Edward D. Hewitt, a longtime Evening Sun and Baltimore Sun editor who was an inveterate runner and hiker, died Sunday of an apparent heart attack as he was about to ascend Mount Rogers in Independence, Va. The longtime Parkville resident was 70.
"Ed was my first features editor and I thought he was a newspaperman through and through. He loved the vibe of the newsroom, language, working with reporters and putting out the newspaper," said Kevin Cowherd, a retired Baltimore Sun sports columnist who earlier had been a features reporter.
"He was a judicious editor and didn't have to mess with your copy. I thoroughly enjoyed my time with him when he was my editor," said Mr. Cowherd. "He was kind, positive and always willing to help. He was the epitome of a true friend."
"No. 1, he was an excellent journalist and for a big chunk of his time was the newspaper's ombudsman and reader's representative," said William K. Marimow, former editor of The Baltimore Sun who is now the editor of The Philadelphia Inquirer.
"Ed was an advocate for the readers and got them answers and services. He cared deeply about the … people who read The Sun and its staff," said Mr. Marimow. "He was a wonderful colleague and someone you could always count on for superb yarns and friendship."
The son of Ernest Edward Hewitt, an Air Force mechanic, and Frances Deal Hewitt, an educator, Edward Deal Hewitt was born and raised in Portsmouth, Va.
After graduating in 1961 from Granby High School in Norfolk, Va., Mr. Hewitt attended Old Dominion University, also in Norfolk.
While attending college, Mr. Hewitt worked as a newspaper stringer for The Virginian-Pilot covering prep sports.
"Ed's death was like losing a family member. I've known him for 50 years when we met on the college newspaper. We both soon found out we were fond of beer and newspapers, and that would do it in those days," said Miles B. Gwyn, who later became an Evening Sun and Baltimore Sun copy editor.
Mr. Hewitt came to Baltimore in 1968 when he joined the staff of The Evening Sun as a copy editor. He became a features editor for The Evening Sun in the 1970s.
"He was a meticulous editor and well organized and never a tyrant unless you asked for it," Mr. Gwyn said with a laugh. "If you demanded it, he could be harsh."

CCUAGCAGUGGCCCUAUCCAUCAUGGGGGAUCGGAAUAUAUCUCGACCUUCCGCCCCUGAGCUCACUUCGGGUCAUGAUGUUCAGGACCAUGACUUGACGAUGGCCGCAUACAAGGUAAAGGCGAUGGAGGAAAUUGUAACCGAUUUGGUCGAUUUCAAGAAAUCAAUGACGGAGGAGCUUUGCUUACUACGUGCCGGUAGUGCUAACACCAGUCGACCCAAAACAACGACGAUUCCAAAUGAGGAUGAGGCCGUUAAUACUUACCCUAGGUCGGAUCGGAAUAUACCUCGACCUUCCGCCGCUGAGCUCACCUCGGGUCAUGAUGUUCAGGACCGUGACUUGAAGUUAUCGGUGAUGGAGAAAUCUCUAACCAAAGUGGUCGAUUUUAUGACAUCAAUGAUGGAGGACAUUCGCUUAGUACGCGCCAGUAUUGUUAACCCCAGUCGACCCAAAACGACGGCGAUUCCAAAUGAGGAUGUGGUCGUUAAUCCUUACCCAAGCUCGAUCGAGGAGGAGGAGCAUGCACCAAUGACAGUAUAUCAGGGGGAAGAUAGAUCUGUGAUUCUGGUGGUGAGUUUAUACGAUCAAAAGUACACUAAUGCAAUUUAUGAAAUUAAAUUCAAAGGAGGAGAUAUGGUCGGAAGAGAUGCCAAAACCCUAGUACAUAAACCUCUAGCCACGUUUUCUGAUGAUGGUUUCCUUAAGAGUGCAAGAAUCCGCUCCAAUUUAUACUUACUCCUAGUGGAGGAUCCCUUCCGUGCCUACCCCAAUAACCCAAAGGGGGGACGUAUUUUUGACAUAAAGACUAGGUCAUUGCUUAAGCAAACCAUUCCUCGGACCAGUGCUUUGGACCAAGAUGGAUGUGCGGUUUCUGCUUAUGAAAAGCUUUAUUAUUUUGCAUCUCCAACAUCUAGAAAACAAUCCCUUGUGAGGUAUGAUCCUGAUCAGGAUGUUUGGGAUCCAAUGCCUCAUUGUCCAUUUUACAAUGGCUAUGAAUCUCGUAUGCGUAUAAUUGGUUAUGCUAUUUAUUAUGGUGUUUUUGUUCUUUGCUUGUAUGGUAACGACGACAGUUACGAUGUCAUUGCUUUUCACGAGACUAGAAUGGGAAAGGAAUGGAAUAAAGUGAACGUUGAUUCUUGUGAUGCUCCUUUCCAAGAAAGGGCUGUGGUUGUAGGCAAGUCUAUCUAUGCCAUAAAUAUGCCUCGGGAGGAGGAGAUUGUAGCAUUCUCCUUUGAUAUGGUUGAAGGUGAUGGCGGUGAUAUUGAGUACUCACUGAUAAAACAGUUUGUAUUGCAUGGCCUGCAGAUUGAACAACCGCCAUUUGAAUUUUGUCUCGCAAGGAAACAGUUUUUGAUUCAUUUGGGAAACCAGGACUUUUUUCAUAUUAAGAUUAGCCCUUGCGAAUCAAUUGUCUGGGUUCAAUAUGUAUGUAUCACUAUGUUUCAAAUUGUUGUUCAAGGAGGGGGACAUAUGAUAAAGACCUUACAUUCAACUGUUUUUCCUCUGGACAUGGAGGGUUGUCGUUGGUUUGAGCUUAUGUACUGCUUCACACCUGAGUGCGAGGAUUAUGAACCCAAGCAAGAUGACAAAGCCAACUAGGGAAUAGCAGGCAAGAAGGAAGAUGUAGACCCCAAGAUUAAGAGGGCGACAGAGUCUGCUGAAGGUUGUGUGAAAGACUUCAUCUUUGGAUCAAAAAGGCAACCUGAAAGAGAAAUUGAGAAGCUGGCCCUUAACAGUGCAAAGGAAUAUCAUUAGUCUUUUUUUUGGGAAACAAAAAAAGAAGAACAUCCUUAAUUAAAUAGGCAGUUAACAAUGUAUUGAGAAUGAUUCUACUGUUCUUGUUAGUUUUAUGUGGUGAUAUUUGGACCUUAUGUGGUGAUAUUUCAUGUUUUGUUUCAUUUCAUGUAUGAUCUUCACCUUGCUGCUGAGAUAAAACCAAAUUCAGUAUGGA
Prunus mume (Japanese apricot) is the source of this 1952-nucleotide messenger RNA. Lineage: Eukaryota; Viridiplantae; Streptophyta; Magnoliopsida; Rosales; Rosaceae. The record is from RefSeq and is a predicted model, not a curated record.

Mary Maushard had been the Evening Sun's food editor.
"Ed was a fine, easygoing editor, yet he was a stickler for grammar and punctuation. He was a very realistic and down-to-earth editor. He was always highly organized," said Ms. Maushard, who is now communication director of the Center for Social Organization of Schools at the Johns Hopkins University.
"He was a really good newsman and he really liked features. He would not dictate and if he asked what the food page was going to be about and I said 'squash,' he might say, 'I don't really like squash,' but he didn't make me change it. He let me do what I wanted to do."
"He was editing The Evening Sun's Accent section when I came to the paper. Ed was old-school who believed in the stylebook," said Candus C.S. "Candy" Thomson, who later became an editor and outdoors columnist for The Sun.
"With Ed, there was a right way and a wrong way of doing things. If you said he could expect copy at a certain time, he expected it. If you did things the right way, then you had no problem with him," said Ms. Thomson, who is now spokeswoman for the Maryland Natural Resources Police.
"He was fair and straight-up. He worked hard, and he expected you to work hard," she said.
In 1994, Mr. Hewitt succeeded Ernest F. Imhoff, a longtime Evening Sun and Sun editor, as the newspaper's ombudsman. He held that position and that of newsroom administrator until 2004, when he retired.
For decades and until recent months, Mr. Hewitt sported a finely trimmed beard. When several Evening Sun retirees gathered in December, Mr. Hewitt was among the diners.
"When I came into the restaurant I had to look twice, I didn't recognize Ed without his beard," said Mr. Imhoff.